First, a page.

Figure 6 illustrates the effect of the -order acquired under different parameters. The visualization is by recovered maxima. We observe that in all of the cases, the threefold crossing is better recovered at order 6, at the higher -value (3000?s/mm^{2}), and higher number of gradients . At these parameter settings the structure of the SLF (yellow rectangle) becomes more evident. Therefore, we conclude that SH order is the optimal for recovering the crossing information in this region. This statement corroborates our findings from the synthetic data. Going to orders higher than results in many false maxima detected from the spurious peaks coming from the noise. Additionally, we observe that = ?s/mm^{2} performs better than ?s/mm^{2}, since more threefold crossings are detected in the *centrum semiovale*.

The key investigation that answers the question of clinically realizable HARDI protocols is of the effect the -value (and thus the SNR level) and the number of gradients on the accuracy of the analytical decomposition techniques like Q-ball and DOT (and its previously defined derivations DOT-ODF and DOT-mODF). From the previous synthetic analysis, we observed that at about a number of 70 gradients the angular error stabilizes and does not decrease significantly when increasing the number of gradients. However, it is interesting to investigate how low the number of gradients can go at a given -value and SNR level, such that the data still has reasonable reconstructions and detected crossings. Therefore, we select gradient schemes with lower than 72 to investigate this question.

In Figure 7, we observe this influence of the -value and (for different -orders and glyph representations refer to Figures 11, 12, and 13). We observe that the crossings from CC and CR are already observed in the lowest parameter combination of ?s/mm^{2} and (for order already at ). However, the SLF structures are not that obvious and become more prominent at higher ?s/mm^{2} (see yellow marked rectangles in Figure 7). However at higher -values we observe many spurious peaks that disappear with the increase of the number of gradients (this can be better observed in Figure 11). At there is no appreciable difference between the profiles at ?s/mm^{2} and ?s/mm^{2}. Given that the spurious peaks are slightly more prominent at ?s/mm^{2}, and that lower -values are more attractive with respect to the total scanning time, we conclude that ?s/mm^{2} and would be preferable with a total scanning time of about 7–10 minutes. For datasets with SNR of about 20, the accuracy of the reconstructed profiles at angles of about 60° would be with angular error of about 8°.

#### 4. Discussion

The benefits from applying HARDI modeling techniques that require modest *q*-space single shell sampling over the classical DTI model are well known. However, once the potentials are clear from the theoretical point of view, the questions about the employment of these techniques in every day practice (clinical or cognitive neuroscience research) arise. In the case of HARDI, not only the modeling techniques are complex, but there are many parameters from the acquisition to the postprocessing of the data that influence the accuracy in the estimation of the underlying diffusion profile. The main bottleneck for applying HARDI in clinical practice or as an added protocol in fMRI investigations is the acquisition time, given that decreasing it generally decreases the signal-to-noise ratio in the data thus inferring the accuracy in the reconstructions. The main parameters that influence the total acquisition time are the number of gradients, the spatial resolution (especially the number of slices), and the number of averages, many of which inevitably influence the SNR of the acquired data (please refer to Appendix B). In this study, we compared only analytical decomposition techniques such as Q-ball and DOT. Recent techniques with single *q*-space shell requirements that are known to have better angular resolution than Q-ball such as the solid angle consideration, Q-ball [27] and spherical deconvolution techniques [11, 28] could be used as well. However, we would expect the relative conclusion regarding empirically optimal short-time protocols to also hold for these techniques, possibly at a higher overall accuracy level.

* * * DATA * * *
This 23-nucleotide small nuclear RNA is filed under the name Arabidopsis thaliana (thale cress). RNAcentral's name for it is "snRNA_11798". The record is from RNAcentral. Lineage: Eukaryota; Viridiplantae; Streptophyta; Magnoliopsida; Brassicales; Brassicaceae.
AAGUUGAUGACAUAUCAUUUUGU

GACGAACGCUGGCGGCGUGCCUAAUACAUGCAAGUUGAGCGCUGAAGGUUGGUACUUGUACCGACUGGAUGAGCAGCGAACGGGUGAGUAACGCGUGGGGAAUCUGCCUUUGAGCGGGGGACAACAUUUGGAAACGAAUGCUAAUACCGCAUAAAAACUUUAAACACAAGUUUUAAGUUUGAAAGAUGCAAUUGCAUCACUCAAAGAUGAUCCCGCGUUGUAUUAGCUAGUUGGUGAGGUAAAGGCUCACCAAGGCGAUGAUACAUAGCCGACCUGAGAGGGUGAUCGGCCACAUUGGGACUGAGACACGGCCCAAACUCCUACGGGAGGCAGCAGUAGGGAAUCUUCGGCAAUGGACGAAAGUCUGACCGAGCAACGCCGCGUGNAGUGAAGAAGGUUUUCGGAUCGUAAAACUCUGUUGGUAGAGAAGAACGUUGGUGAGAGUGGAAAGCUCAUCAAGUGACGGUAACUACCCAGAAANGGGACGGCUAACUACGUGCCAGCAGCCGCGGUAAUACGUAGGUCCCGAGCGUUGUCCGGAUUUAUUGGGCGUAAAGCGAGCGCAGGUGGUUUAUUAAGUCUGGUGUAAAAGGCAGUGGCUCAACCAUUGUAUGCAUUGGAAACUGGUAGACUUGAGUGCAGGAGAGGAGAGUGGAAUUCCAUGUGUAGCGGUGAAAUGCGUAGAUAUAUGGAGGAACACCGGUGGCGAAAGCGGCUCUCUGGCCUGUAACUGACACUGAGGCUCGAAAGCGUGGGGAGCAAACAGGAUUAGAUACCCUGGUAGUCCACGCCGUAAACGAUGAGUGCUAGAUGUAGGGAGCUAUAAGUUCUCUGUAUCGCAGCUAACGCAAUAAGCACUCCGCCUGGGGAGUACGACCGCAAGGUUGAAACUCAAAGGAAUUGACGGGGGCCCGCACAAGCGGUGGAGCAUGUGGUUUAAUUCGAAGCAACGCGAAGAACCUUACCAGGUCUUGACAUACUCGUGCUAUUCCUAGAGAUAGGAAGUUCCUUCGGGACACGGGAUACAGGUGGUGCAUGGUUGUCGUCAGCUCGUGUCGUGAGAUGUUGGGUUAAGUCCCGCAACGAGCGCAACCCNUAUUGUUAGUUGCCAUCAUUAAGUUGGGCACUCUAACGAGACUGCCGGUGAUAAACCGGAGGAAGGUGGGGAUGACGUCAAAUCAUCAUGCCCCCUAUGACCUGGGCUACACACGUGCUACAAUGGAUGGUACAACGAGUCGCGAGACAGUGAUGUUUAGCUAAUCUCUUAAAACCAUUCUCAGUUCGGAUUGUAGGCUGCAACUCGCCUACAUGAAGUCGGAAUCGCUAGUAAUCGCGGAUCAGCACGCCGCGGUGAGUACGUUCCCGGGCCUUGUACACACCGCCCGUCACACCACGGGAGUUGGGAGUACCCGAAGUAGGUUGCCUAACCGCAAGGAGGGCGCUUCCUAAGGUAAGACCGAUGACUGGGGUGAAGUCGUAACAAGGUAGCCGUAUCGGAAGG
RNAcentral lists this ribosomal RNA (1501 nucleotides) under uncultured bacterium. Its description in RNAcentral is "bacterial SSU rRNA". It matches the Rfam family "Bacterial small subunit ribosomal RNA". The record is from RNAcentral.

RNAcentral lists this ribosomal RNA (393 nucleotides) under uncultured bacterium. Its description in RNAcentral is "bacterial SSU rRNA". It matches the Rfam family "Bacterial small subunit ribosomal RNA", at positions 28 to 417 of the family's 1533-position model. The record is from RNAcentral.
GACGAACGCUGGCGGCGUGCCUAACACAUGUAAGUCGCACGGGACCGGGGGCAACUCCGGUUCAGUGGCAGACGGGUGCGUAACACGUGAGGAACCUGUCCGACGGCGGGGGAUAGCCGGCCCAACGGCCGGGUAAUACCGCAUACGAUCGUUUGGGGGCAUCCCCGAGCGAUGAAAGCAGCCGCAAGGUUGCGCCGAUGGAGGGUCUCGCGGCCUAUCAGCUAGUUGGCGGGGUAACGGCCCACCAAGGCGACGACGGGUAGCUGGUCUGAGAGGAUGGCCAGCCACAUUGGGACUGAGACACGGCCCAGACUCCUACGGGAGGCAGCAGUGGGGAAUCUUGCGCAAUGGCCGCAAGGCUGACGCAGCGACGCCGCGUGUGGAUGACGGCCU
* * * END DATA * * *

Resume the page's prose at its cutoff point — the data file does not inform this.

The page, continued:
Finding the optimal parameters for the acquisition schemes in terms of both the direction sets and -value has been an open issue in HARDI acquisitions and a few investigations have partially tackled this issue. Jones [29] investigated the effect of gradient sampling schemes on the correctness of estimating the diffusion tensor (DT) and scalar indices derived from it. However, this study was limited to DTI where the effect of the -value is not as significant as in HARDI-based modeling techniques, and therefore -values were not investigated. Moreover, it is based purely on computer simulated data. Alexander and Barker [30] investigated the effect of the -value on a correct estimation of fiber orientations. This Monte Carlo study was limited only to functions that are a mixture of Gaussian distributions and a reconstruction of algorithms that fit this same class or models to synthetic data. There have been a few recent studies that investigated the effect of the number of gradient direction on real experimental data. Zhan et al. [31] focused on a user study for investigating the effect of the number of gradients on the signal-to-noise ratio (SNR) of DTI derived scalar indices. Tournier et al. [32] focused on finding the minimum required number of gradients for successfully reconstructing HARDI diffusion profiles. Other studies have used a hardware diffusion phantom to investigate the effect of measurement parameters on the accuracy of directional diffusion estimation. Cho et al. [33] concentrated on finding the optimal -value for resolving small angles of crossing (in this case 45°) using Q-ball imaging. In Poupon et al. [34] new hardware diffusion phantoms are proposed to similarly investigate the implications on the optimal -value for reconstructing 45° of crossing with Q-ball imaging. Tournier et al. [35] report an extensive study on hardware phantoms comparing the angular resolutions of Q-ball Imaging, Spherical Deconvolution [36], and constrained spherical deconvolution (CSD) [11]. However, in this study the effect of gradient sampling was not examined. Crucially, all of these studies focussed on a situation where acquisition time constraints were very lenient (long diffusion-only protocols on experienced subjects) or absent (phantom and simulation studies). This allowed them to perform their investigation of optimal sampling schemes in a very favorable SNR regime.